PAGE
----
My husband and I have a running friendly disagreement.  I say that feelings flow from thoughts. And he maintains that feelings surge up unbidden with no connection to thoughts. He maintains that he has little control over those very strong emotions that seem to take over in extreme situations like:

  • being blocked unfairly, whether in the car or in a conversation
  • being accused of having let someone down with that wrench to the gut and tell-tale invasion of red flush across the face

The Hebrews AND the Greeks did recognize and identify the source of THOSE powerful emotions.  They sprang from the gut or the bowels!

Lamentations 1:20 refers to this organ as the origin of the strongest feelings – no rational thinking or deciding going on here!  Look, O LORD, for I am in distress; my stomach churns; my heart is wrung within me, because I have been very rebellious. In the street the sword bereaves; in the house it is like death.

What about the New Testament?  Jesus gives us a vivid example of deep anger arising from within.  Do you remember when he and his disciples journeyed to Lazarus’ house? Before they even reach the house, sister Martha meets him and dialogues rationally with a calm Jesus.  Martha slips back in the house and notifies her sister Mary who runs out to see Jesus. Mary’s weeping when she meets him triggers a responsive emotional echo in the Son of God that is other than rational.  Jesus allows Mary to lead him to Lazarus’ burial site accompanied by a growing crowd.  John 11:33 – When Jesus therefore saw her weeping, and the Jews also weeping which came with her, he groaned in the spirit, and was troubled,

That groaning is the same gut feeling that wells up unprompted by rational thought or beliefs.  I’ve heard pastors explain that Jesus practically snorted like a horse, so indignant at death was he.  Rationally Jesus understands the cessation of earthly life, but his physical reaction is beyond thinking and feeling.  It’s in a different category.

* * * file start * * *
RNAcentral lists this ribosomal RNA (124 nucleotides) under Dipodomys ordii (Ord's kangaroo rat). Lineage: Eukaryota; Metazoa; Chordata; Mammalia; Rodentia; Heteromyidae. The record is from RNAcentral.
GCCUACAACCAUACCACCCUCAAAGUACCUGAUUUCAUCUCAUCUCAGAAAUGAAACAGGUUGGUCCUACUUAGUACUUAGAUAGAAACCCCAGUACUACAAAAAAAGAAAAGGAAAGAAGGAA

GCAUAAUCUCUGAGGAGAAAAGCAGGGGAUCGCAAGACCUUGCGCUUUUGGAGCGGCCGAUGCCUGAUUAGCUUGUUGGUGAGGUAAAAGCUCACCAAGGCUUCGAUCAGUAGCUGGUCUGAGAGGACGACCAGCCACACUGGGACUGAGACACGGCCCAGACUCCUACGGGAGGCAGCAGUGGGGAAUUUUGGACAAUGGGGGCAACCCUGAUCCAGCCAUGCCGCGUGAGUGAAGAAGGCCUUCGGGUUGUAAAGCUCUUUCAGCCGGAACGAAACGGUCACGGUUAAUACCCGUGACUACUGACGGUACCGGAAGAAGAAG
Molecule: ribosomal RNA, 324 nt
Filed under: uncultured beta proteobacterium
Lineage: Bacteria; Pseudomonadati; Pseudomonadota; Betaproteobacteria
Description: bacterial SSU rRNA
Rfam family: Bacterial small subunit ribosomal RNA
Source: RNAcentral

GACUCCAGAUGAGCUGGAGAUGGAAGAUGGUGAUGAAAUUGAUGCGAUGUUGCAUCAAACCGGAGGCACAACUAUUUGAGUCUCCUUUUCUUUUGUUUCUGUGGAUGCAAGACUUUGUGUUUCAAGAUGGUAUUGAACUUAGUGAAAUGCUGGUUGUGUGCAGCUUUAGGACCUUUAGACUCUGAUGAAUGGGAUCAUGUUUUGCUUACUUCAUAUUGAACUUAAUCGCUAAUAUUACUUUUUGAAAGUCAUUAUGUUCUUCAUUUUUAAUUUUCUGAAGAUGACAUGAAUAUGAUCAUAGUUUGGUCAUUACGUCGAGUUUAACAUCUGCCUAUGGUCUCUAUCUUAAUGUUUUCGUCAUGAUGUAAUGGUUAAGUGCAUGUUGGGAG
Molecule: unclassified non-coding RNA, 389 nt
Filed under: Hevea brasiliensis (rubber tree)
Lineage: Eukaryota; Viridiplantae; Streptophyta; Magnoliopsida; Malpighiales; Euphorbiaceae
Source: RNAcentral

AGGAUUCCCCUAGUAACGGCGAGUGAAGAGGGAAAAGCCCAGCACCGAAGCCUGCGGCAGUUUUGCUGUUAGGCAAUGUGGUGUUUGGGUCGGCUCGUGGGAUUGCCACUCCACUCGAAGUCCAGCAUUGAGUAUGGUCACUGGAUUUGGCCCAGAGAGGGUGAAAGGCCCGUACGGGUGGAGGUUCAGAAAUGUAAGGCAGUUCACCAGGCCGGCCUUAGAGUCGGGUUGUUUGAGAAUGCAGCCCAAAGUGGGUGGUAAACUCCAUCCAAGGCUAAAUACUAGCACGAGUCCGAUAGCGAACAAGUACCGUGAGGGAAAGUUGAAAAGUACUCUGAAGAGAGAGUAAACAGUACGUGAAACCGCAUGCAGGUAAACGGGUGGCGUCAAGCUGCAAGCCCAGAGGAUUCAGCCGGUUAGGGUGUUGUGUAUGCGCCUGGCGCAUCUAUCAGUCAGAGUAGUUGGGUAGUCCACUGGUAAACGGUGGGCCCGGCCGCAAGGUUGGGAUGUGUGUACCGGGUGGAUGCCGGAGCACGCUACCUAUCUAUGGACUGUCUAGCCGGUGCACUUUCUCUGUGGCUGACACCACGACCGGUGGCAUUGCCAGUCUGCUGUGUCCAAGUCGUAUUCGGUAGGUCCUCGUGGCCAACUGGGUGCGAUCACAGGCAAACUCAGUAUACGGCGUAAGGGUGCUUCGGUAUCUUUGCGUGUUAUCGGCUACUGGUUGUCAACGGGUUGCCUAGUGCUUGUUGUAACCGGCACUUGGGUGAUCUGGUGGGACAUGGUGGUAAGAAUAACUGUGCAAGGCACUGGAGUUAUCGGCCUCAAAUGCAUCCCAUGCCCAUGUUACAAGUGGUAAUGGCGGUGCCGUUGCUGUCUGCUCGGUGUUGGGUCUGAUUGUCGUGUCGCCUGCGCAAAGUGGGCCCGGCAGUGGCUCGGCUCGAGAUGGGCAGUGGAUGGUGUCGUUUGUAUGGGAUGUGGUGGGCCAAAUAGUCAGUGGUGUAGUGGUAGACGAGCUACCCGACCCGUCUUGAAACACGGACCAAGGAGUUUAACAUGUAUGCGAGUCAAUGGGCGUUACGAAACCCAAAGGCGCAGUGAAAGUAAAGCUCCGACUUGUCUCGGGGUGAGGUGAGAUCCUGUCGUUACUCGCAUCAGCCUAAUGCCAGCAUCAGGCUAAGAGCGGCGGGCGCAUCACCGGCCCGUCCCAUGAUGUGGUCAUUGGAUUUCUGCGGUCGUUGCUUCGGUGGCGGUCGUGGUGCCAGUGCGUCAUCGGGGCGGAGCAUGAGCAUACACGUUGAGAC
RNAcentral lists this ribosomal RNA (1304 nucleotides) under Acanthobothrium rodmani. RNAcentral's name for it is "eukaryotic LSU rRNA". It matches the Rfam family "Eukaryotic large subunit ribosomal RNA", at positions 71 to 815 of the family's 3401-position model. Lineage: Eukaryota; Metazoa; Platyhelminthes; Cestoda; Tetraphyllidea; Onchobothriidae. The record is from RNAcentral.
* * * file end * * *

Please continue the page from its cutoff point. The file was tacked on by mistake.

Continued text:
Why does this matter, this distinction between gut feelings/bowels and the heart?

It turns out that my husband and I ARE both correct in how we evaluate feelings.  There are those that well up from our depths over which we seem to exercise little control.  More often, though, we deal with the ‘ordinary’ and frequent feelings that flow from our thoughts and beliefs.

And because ordinary feelings spring from what Bible language terms, ‘the heart’, then we CAN learn to change them and that is GOOD NEWS!

Not only CAN we replace and rework the content, we must!  God emphasizes the heart and commands us to control this mind/thought/feeling/-deciding organ.   Garbage in , Garbage out goes the prosaic adage. When we DO filter the content of thought and ideas , our heart changes.

Since having recently recognized that the Bible tends to look at the heart more as the thinking organ of will and choice, I see this distinction all 0ver the Bible!  And I am helped.  Before, I had concluded that I had little chance to fight worry, fear or anxiety, but now I know that I CAN, due solely to the Holy Spirit in me.

God, through Paul writing in Romans 12:2b exhorts us…..continuously be transformed by the renewing of your minds so that you may be able to determine what God’s will is—what is proper, pleasing, and perfect.

My current ‘go-to’ steadying truth these days seems to be:

Do not fear, for I am with you; do not anxiously look about (at fearful circumstances, either real or potential) for I am your God!  I will strengthen you; Surely I will help you; Surely I will hold you up with my victorious and righteous right hand! Isaiah 41:10 (Amp)

With practice (like in any other skill) I am learning both to desire and to obey my Dad’s commands.  I want to please Him!

More details about the Bible’s understanding of ‘the heart’

 

%d bloggers like this: